THE DRY (2021)

May 20, 2021

Greetings again from the darkness. Remember when an exonerated OJ Simpson vowed to dedicate his time to finding “the real killer” of Nicole Brown Simpson and Ronald Goldman? For some reason that memory came back in the early stages of this film as a Melbourne-based Australian Federal Police agent returns to his isolated hometown after his childhood friend is implicated in a murder-suicide. See, that agent left town as a teenager when he was suspected of being involved in the murder of a local teenage girl.

Eric Bana (MUNICH, 2005) stars as that AFP agent Aaron Falk. He’s been gone for 20 years, but agrees to return for the funeral of his friend Luke (Martin Dingall Wall) at the request of Luke’s parents (Bruce Spence, Julia Blake). The parents don’t believe Luke would have killed his wife and one of his two kids and then committed suicide, and they want Luke to investigate. Of course, the rest of the town believes Luke did it, and most are none too happy that Aaron has returned, as they haven’t forgotten the suspicion tied to him for the tragedy that took the life of his friend Ellie (BeBe Bettencourt) so many years ago.

The stark contrast of glass and steel Melbourne towers and the drought-stricken cracked soil of (fictional) Kiewarra are as distinct as the comparison of today’s Kiewarra with Aaron’s flashbacks to those carefree days of swimming in the river with Ellie, Luke and their friend Gretchen – who is now a single mom played by Genevieve O’Reilly, and one of the few to welcome Aaron back. The film is based on the 2016 international best-selling novel by Jane Harper, and there is a lot to keep up with, despite a pace that never feels rushed. The two cases may be separated by twenty years, but they seem connected, even though we aren’t sure how murder and suicide and a slew of suspects all fit together. Aaron works with local police officer Greg Raco (an excellent Keir O’Donnell) in an attempt to make sense of what’s happened.

There are angry and suspicious people throughout the town. William Zappa plays Mal, Ellie’s grudge-bearing father, while Matt Nable plays her obnoxious and quick-to-accuse cousin Grant. James Frecheville (ANIMAL KINGDOM, 2010) is local farmer with a motive Jamie Sullivan, while John Polson plays school Principal Scott Whitlam who isn’t quite as put together as he’d like everyone to believe. Farmer Sullivan remarks (with the film’s best line), “You think you’re gonna get the truth in a town like this?”  And by that time, we know exactly what he means.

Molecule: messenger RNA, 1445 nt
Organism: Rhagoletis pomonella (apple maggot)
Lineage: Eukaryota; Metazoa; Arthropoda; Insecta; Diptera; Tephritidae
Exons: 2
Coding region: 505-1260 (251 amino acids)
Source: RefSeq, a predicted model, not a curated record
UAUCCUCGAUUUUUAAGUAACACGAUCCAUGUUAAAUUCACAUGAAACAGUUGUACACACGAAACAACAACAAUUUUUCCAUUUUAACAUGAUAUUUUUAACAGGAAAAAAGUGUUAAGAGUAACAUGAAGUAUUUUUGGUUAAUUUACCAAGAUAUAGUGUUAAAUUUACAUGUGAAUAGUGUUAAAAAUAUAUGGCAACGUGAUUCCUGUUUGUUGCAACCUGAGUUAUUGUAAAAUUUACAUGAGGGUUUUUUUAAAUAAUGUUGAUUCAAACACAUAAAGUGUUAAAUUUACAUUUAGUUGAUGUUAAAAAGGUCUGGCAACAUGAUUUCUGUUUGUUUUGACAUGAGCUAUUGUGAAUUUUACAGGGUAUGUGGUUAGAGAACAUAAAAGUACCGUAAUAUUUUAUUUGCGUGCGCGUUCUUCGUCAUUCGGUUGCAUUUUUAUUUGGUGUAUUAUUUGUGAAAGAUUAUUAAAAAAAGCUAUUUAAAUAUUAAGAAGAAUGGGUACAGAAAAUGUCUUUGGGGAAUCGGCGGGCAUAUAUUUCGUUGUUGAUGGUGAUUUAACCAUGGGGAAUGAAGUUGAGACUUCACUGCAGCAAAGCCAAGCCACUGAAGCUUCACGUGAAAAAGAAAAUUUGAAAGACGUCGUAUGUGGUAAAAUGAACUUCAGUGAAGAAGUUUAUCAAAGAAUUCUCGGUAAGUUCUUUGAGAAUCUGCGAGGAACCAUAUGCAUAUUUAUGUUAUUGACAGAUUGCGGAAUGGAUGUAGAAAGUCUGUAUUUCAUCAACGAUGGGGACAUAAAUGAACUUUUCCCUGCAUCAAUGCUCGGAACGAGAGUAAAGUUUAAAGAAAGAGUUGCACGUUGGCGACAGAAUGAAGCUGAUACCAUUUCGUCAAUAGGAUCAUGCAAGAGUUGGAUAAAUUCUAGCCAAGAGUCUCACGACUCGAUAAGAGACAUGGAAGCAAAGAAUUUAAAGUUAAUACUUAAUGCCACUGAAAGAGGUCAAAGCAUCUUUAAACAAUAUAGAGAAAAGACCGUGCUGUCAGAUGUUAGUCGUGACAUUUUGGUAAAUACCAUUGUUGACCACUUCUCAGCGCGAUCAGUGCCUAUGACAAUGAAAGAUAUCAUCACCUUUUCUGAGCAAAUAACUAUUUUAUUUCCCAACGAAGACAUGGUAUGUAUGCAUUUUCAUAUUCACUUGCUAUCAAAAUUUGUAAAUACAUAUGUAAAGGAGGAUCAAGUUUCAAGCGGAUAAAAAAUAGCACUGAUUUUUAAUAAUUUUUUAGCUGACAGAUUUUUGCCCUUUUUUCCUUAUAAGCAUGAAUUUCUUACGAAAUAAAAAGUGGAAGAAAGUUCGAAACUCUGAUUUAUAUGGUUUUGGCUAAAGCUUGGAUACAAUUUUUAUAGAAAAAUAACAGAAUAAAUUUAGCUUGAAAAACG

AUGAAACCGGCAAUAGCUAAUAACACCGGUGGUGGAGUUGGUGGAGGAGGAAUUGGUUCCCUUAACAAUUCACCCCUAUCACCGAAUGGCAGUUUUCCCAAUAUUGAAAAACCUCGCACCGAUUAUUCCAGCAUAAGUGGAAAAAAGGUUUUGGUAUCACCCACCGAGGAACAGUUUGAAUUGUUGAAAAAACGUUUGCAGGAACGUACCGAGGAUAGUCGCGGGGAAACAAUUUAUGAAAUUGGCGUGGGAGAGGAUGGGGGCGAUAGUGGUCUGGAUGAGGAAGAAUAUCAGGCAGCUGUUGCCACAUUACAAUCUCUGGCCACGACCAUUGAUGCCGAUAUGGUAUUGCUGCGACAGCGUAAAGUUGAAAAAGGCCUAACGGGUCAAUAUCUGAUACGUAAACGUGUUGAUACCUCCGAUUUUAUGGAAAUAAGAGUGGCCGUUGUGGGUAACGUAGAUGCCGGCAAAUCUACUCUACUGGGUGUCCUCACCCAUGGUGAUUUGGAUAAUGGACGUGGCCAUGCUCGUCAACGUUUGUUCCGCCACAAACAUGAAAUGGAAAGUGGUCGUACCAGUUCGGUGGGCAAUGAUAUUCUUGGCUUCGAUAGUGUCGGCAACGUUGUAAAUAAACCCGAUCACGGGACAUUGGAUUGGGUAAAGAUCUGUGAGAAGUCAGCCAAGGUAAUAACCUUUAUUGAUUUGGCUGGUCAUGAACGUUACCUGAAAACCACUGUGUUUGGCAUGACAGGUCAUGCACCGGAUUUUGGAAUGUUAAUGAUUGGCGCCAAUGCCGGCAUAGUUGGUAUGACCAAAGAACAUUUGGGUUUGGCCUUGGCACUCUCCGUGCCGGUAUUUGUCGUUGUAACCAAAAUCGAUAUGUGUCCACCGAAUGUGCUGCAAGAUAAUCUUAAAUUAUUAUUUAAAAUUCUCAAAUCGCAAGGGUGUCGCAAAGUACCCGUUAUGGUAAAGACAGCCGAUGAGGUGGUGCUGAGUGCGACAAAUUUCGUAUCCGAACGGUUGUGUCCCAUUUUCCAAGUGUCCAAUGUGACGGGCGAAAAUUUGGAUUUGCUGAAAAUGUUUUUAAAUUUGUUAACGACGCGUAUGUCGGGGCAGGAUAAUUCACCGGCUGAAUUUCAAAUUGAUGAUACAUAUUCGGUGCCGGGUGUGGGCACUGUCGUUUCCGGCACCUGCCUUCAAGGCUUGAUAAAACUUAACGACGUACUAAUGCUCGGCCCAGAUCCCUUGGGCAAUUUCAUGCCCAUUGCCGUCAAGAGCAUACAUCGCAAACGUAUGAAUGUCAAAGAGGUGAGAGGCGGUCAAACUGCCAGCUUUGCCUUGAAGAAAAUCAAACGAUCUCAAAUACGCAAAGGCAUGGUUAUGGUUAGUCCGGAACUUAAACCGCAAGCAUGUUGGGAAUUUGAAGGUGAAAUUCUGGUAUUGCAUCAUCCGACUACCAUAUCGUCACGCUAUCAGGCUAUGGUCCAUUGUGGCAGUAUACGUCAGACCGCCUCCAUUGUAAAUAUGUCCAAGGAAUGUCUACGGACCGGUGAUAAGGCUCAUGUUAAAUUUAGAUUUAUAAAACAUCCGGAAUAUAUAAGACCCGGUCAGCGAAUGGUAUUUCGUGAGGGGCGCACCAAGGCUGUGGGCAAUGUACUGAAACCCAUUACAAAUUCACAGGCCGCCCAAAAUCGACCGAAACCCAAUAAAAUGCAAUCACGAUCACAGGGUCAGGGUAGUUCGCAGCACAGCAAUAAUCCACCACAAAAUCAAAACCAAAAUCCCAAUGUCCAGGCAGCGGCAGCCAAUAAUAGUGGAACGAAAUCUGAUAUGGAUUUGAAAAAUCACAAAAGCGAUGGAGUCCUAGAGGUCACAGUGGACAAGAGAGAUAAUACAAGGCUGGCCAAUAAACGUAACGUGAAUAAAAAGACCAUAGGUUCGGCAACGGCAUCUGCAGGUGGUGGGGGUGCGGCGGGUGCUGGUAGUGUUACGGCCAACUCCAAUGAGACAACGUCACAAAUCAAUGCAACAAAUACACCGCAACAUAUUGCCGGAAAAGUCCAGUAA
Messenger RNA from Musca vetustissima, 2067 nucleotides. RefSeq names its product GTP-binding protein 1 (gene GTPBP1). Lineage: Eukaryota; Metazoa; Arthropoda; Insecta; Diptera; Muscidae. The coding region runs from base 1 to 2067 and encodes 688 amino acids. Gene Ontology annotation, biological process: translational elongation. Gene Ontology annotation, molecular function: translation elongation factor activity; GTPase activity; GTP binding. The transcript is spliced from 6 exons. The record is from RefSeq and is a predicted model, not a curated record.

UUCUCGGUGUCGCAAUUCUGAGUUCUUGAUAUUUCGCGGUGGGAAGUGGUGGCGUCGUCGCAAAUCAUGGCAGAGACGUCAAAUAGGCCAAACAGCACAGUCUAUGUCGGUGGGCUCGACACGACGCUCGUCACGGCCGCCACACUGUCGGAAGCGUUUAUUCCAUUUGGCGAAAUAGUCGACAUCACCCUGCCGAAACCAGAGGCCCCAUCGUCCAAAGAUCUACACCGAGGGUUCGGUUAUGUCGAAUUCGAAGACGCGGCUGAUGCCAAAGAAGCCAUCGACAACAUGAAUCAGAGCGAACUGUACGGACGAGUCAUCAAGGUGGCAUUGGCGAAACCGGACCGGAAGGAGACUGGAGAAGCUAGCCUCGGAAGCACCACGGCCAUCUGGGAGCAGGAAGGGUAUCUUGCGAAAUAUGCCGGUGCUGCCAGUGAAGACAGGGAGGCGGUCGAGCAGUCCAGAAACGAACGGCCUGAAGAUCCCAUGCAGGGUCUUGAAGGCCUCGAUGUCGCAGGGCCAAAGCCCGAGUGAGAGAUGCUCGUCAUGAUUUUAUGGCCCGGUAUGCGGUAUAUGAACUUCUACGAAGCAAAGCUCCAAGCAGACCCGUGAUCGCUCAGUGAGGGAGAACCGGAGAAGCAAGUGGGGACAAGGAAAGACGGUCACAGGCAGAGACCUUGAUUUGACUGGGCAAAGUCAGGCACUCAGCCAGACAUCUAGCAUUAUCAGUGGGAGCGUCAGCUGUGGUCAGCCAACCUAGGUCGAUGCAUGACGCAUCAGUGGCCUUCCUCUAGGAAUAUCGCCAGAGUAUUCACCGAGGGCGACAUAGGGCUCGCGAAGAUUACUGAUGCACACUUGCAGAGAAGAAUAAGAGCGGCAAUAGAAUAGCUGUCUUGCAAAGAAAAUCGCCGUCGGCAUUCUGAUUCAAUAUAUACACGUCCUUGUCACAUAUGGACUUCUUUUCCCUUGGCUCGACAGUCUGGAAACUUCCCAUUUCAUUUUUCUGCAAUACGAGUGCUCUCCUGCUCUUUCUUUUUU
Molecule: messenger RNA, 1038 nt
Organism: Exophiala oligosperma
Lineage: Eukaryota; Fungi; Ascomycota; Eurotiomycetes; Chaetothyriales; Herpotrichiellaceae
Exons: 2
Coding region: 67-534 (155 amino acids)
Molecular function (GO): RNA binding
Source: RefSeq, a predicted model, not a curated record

The flashbacks to Aaron’s teenage years provide much of the context to the story and his character, and they are handled beautifully. It’s a small town whose residents hold an abundance of secrets, rumors, and grudges, creating a web of misinformation that challenges Aaron and Officer Raco. The two cases (past and present) collide, and cinematographer Stefan Duscio does terrific work with the vast, dusty landscape, as well as the many interior shots where the characters reveal their true selves. Writer-director Robert Connolly (a heavy TV workload recently) co-wrote the script with Harry Cripps and Samantha Strauss, and they have created a suspenseful and entertaining whodunit. With the heavy dose of crime shows on TV these days, it’s a pleasure to see a well done film with high production value and a cohesive story. Just remember to use an alibi other than “shooting rabbits”, if you are ever working on a cover story.